Vol 23, No 10

Challenges in the Detection and Attribution of Northern Hemisphere Surface Temperature Trends Since 1850

Ronan Connolly, Willie Soon, Michael Connolly, Sallie Baliunas, Johan Berglund, C. J. Butler, Rodolfo Gustavo Cionco, Ana G. Elias, Valery M. Fedorov, Hermann Harde et al.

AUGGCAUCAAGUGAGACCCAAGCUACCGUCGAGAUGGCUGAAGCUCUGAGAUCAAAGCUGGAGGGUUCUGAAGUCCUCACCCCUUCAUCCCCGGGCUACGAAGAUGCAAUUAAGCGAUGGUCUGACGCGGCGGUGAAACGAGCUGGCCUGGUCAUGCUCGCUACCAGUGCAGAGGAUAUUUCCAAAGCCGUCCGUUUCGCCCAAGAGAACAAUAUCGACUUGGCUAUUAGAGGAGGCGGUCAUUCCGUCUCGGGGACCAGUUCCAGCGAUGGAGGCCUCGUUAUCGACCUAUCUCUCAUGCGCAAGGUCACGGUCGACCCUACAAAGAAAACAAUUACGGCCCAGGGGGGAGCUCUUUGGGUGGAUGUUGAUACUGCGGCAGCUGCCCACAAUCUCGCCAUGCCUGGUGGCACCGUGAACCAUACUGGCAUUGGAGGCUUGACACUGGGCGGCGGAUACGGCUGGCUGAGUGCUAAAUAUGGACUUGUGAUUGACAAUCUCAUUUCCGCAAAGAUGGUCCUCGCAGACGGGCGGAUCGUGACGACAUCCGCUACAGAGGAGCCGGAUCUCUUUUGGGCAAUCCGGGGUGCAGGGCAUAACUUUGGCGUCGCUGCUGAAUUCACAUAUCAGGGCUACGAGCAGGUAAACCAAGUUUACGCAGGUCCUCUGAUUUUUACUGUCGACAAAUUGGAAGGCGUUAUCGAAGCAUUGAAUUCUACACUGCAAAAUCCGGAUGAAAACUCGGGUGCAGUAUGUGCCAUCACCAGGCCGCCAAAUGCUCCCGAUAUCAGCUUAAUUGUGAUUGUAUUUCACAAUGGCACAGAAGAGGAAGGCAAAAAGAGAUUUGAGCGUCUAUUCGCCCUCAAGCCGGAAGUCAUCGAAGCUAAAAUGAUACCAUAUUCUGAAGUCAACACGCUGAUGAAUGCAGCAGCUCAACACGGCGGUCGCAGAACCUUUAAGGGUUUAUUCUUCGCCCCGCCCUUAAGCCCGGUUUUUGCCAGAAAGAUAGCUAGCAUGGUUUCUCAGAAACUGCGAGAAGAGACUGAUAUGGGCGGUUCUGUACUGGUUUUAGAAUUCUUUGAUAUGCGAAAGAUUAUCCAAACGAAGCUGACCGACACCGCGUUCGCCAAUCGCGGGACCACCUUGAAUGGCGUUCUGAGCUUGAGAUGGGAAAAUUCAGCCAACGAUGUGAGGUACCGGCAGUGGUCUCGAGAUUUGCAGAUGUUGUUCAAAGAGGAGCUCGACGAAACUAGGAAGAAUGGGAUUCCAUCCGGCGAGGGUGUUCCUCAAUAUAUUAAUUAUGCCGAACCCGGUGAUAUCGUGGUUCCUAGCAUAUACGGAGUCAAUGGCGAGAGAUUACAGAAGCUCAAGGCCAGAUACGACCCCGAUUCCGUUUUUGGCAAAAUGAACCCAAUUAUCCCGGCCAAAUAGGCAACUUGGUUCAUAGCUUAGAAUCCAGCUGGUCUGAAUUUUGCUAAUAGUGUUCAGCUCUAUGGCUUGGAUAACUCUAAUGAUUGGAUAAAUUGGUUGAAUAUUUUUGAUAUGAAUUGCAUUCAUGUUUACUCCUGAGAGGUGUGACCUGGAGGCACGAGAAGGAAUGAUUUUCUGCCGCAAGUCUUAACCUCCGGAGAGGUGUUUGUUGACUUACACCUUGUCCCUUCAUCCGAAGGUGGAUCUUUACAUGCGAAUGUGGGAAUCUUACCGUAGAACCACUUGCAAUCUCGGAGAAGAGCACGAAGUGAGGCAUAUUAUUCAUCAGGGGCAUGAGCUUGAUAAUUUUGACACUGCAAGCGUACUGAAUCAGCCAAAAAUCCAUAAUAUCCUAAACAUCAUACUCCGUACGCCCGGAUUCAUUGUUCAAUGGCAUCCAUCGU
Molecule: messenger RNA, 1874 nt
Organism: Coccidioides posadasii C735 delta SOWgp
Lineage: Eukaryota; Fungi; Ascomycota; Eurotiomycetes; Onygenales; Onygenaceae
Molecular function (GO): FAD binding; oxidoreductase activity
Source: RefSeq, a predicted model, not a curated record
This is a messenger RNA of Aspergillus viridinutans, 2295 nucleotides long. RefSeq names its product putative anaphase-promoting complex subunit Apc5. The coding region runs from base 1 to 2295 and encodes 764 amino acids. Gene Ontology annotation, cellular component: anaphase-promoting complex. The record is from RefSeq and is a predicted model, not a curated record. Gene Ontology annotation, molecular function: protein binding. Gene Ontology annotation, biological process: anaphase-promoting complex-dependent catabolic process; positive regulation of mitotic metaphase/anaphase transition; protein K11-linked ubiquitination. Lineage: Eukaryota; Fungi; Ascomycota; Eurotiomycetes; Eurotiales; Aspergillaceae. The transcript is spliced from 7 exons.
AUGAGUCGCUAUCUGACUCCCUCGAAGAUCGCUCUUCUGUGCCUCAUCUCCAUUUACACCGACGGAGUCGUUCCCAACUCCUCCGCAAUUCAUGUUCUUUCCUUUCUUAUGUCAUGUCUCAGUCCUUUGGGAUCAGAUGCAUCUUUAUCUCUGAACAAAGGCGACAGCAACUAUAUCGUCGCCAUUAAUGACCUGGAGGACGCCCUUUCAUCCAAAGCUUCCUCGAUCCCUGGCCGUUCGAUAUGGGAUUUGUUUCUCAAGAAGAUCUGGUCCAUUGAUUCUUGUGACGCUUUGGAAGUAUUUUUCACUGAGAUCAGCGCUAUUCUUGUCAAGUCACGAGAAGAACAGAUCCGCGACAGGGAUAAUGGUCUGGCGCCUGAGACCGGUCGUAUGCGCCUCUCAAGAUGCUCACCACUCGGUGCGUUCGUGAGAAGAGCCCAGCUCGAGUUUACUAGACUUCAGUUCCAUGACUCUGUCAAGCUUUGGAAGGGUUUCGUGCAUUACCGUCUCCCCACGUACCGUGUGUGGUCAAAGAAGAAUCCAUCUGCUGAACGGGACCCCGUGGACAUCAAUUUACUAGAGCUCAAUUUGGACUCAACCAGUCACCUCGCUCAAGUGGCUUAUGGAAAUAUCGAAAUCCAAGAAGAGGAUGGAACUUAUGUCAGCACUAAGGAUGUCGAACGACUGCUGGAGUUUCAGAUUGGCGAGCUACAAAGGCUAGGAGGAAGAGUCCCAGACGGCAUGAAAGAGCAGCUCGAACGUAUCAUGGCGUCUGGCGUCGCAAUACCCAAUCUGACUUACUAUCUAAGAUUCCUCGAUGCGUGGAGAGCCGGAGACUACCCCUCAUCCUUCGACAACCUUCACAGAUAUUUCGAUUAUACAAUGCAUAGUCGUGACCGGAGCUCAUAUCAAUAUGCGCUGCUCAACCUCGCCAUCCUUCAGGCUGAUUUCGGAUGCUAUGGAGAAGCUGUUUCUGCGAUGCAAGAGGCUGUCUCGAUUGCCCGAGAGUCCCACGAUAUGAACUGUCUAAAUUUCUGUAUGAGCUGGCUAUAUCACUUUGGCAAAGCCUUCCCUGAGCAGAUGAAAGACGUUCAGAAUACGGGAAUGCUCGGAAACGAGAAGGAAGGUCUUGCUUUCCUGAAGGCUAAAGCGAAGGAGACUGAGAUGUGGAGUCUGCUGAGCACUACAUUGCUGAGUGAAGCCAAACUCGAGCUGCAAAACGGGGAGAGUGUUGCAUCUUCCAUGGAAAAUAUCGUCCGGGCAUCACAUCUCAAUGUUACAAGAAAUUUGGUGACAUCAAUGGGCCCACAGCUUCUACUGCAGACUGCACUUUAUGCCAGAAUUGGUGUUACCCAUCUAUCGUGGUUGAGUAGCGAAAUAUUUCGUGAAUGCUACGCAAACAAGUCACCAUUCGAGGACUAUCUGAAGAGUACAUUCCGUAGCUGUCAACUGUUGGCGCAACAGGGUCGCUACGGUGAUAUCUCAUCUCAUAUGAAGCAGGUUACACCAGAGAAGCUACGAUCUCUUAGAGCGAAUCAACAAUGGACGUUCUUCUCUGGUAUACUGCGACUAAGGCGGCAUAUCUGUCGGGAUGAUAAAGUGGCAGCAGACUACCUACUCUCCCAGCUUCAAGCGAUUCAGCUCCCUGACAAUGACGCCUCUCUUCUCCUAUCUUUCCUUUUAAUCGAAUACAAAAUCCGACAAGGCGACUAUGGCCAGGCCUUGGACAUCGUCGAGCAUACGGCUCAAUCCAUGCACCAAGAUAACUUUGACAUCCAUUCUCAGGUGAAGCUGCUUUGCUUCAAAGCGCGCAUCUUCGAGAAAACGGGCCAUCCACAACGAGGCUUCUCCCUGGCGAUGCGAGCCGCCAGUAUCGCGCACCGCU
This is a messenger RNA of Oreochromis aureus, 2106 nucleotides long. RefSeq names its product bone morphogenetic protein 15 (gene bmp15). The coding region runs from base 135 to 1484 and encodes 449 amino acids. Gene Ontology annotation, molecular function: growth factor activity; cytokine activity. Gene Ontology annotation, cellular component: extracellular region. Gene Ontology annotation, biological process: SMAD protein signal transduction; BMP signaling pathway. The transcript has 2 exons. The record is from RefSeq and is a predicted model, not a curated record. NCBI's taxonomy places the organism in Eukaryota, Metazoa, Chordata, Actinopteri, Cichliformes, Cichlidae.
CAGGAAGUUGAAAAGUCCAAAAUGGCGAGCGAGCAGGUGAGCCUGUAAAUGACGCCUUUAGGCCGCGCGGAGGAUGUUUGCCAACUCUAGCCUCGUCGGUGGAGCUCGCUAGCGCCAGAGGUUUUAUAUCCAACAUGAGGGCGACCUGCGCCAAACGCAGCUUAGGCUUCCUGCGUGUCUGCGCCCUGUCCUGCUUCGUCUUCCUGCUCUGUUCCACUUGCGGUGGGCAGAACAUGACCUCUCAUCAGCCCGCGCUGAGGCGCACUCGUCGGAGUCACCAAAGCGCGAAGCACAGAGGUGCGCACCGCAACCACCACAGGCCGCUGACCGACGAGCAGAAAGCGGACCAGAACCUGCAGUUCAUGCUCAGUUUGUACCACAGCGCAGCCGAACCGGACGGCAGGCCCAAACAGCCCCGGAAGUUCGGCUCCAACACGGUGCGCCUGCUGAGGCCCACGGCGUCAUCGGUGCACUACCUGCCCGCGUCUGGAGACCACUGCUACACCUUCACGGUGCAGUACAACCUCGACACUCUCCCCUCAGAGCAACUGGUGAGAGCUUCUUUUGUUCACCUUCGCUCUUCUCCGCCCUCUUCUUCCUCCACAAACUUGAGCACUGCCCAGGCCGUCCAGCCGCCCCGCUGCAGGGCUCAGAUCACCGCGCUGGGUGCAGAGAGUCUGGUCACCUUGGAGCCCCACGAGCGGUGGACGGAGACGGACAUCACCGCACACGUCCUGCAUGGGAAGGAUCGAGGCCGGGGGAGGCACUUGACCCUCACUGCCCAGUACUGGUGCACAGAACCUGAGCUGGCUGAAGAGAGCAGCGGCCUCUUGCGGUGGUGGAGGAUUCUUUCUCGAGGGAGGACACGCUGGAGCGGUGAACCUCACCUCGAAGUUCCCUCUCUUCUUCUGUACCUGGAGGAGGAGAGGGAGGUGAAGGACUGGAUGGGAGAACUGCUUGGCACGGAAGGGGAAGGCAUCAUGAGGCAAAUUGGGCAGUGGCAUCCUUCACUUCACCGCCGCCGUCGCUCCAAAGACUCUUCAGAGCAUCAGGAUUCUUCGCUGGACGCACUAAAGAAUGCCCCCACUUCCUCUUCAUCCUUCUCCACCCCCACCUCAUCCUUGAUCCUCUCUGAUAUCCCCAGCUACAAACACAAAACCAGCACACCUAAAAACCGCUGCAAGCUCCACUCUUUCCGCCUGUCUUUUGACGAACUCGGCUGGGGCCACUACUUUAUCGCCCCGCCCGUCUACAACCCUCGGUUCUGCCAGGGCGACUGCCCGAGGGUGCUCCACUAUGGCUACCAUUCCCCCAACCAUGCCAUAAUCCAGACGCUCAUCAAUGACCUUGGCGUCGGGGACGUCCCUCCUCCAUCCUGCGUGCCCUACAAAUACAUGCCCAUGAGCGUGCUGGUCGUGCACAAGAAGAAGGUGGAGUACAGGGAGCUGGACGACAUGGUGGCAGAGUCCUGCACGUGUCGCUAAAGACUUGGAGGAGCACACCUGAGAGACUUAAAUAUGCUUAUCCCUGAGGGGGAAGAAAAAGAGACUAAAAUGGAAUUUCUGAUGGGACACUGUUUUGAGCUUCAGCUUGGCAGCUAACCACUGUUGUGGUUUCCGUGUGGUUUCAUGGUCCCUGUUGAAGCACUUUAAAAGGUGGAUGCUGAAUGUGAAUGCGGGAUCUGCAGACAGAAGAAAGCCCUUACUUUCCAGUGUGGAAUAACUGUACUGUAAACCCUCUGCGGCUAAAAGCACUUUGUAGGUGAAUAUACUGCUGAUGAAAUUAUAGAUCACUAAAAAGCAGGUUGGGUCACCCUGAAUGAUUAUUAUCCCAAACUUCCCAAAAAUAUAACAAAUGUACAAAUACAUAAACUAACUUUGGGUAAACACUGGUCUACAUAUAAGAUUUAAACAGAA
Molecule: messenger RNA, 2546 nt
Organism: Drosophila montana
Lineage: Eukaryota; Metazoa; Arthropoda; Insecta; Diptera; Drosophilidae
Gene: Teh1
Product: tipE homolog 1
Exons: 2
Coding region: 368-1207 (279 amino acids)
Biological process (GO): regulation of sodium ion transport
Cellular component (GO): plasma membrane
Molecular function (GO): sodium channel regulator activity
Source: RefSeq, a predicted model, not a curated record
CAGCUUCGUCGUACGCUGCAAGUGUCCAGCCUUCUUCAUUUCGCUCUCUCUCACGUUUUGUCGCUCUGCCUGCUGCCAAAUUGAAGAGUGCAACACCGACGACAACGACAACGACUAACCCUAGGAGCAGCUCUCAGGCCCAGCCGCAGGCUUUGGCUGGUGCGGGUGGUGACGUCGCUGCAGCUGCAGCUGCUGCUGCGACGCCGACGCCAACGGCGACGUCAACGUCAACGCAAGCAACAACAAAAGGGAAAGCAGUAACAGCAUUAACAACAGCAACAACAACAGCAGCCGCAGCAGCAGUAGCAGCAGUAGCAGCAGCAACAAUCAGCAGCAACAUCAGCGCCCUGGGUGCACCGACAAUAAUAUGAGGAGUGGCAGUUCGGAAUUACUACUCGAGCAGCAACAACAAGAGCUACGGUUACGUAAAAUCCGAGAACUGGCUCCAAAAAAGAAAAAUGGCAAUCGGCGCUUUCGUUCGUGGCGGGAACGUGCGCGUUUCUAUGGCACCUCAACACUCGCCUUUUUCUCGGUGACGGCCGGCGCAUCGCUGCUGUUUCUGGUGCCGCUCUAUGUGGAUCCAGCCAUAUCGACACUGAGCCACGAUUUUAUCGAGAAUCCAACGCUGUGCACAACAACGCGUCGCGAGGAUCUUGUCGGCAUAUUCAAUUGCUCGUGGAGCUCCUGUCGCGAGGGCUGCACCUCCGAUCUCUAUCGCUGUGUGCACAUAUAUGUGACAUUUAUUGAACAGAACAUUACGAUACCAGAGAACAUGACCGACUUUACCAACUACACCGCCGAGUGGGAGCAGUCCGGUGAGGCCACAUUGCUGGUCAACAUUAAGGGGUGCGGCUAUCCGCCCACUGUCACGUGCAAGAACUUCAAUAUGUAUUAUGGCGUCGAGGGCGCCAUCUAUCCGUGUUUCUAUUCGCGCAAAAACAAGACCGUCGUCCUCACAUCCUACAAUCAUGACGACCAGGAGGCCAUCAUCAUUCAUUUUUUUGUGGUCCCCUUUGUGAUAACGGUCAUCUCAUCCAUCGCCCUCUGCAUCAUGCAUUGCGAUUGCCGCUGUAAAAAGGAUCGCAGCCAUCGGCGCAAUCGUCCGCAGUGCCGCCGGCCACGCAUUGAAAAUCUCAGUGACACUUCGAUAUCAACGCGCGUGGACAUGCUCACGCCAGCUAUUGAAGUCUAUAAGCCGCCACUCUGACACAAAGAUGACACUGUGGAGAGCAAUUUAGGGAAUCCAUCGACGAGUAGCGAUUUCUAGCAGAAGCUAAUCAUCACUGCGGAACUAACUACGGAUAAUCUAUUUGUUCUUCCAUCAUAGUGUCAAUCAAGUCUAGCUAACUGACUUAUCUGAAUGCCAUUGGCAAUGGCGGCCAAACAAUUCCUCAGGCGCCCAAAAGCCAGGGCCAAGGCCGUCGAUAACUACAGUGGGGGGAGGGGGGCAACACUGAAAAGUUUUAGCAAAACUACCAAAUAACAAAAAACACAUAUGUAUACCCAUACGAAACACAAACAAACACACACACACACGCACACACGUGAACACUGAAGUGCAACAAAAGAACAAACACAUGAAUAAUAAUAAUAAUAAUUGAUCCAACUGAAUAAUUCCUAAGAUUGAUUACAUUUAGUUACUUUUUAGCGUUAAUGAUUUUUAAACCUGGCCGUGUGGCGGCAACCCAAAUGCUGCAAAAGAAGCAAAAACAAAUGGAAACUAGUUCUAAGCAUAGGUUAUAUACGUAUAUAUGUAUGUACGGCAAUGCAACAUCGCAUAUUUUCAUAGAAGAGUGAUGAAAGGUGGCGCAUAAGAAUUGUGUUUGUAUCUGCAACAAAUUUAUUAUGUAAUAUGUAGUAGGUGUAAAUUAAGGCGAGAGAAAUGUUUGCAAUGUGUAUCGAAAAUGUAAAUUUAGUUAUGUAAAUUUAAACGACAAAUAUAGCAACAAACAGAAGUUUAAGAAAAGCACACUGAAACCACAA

Since 2007, the Intergovernmental Panel on Climate Change (IPCC) has heavily relied on the comparison between global climate model hindcasts and global surface temperature (ST) estimates for concluding that post-1950s global warming is mostly human-caused. In Connolly et al., we cautioned that this approach to the detection and attribution of climate change was highly dependent on the choice of Total Solar Irradiance (TSI) and ST data sets. We compiled 16 TSI and five ST data sets and found by altering the choice of TSI or ST, one could (prematurely) conclude anything from the warming being "mostly human-caused" to "mostly natural." Richardson and Benestad suggested our analysis was "erroneous" and "flawed" because we did not use a multilinear regression. They argued that applying a multilinear regression to one of the five ST series re-affirmed the IPCC's attribution statement. They also objected that many of the published TSI data sets were out-of-date. However, here we show that when applying multilinear regression analysis to an expanded and updated data set of 27 TSI series, the original conclusions of Connolly et al. are confirmed for all five ST data sets. Therefore, it is still unclear whether the observed warming is mostly human-caused, mostly natural or some combination of both.


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